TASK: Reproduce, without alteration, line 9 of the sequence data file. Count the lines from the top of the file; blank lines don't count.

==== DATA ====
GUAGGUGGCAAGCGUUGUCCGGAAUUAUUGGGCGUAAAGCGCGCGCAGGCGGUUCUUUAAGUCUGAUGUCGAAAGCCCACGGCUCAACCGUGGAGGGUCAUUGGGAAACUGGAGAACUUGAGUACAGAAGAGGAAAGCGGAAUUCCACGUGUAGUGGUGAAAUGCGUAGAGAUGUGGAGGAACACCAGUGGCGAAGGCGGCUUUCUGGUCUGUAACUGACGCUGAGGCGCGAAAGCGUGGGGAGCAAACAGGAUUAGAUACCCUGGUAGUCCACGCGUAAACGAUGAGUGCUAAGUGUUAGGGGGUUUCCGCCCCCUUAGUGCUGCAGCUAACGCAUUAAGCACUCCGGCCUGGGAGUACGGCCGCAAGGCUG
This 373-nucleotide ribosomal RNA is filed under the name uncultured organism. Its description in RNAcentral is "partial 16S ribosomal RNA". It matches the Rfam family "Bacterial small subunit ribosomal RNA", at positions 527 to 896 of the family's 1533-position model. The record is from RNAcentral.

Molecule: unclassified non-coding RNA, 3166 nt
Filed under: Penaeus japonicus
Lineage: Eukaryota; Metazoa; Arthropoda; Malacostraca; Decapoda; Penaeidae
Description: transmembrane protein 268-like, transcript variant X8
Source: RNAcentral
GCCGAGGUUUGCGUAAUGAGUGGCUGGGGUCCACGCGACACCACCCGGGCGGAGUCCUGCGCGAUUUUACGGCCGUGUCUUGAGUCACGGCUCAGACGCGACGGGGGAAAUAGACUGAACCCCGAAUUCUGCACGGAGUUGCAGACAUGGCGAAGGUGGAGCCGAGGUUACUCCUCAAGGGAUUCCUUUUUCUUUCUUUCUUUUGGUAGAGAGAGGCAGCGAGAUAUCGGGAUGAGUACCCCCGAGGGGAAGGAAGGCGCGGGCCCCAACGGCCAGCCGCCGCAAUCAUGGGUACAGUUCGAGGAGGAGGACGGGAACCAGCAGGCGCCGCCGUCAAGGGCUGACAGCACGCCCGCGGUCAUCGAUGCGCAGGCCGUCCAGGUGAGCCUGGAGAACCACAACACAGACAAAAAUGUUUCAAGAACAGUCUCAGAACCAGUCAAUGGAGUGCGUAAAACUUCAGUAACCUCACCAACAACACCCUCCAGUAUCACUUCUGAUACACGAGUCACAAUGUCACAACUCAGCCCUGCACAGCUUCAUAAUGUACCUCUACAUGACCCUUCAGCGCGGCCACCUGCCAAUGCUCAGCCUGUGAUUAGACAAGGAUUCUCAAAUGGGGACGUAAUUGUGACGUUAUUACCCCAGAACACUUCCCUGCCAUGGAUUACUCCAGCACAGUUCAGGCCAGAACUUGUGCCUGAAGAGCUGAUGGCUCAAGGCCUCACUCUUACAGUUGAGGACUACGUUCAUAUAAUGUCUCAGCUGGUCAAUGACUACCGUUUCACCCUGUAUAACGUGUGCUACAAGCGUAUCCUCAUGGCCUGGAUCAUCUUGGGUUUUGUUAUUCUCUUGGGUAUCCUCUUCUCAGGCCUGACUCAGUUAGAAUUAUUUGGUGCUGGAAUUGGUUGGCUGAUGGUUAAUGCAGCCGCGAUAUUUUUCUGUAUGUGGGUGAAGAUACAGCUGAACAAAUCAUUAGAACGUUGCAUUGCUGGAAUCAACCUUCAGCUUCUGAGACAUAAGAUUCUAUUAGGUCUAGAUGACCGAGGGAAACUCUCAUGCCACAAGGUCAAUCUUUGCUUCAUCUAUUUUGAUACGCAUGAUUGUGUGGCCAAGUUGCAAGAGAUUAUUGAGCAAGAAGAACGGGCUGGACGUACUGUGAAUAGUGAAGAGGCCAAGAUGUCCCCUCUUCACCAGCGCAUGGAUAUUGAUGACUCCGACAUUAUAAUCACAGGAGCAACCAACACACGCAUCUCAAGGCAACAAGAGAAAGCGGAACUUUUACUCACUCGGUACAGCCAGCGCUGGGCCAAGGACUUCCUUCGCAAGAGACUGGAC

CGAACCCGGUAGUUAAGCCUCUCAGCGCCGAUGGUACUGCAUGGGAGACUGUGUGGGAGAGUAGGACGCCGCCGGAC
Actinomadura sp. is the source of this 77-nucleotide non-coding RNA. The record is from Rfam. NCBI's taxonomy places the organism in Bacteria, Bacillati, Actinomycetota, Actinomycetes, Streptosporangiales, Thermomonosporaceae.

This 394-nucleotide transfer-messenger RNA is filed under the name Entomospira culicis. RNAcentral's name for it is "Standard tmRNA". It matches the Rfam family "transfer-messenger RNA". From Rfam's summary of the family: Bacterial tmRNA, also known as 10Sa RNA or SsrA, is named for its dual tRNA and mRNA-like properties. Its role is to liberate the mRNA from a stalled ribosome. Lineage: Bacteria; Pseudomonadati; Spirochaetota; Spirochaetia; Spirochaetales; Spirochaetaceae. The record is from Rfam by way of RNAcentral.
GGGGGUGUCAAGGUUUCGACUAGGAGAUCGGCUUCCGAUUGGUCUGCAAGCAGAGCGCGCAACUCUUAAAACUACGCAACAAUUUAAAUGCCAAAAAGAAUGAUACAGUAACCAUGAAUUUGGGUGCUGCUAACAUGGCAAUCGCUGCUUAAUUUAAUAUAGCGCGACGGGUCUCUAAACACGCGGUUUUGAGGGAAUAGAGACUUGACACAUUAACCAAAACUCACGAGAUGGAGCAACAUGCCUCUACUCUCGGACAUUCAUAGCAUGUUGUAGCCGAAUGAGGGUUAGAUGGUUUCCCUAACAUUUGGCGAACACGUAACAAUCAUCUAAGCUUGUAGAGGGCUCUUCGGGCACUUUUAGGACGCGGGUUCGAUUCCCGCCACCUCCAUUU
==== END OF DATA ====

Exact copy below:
CGAACCCGGUAGUUAAGCCUCUCAGCGCCGAUGGUACUGCAUGGGAGACUGUGUGGGAGAGUAGGACGCCGCCGGAC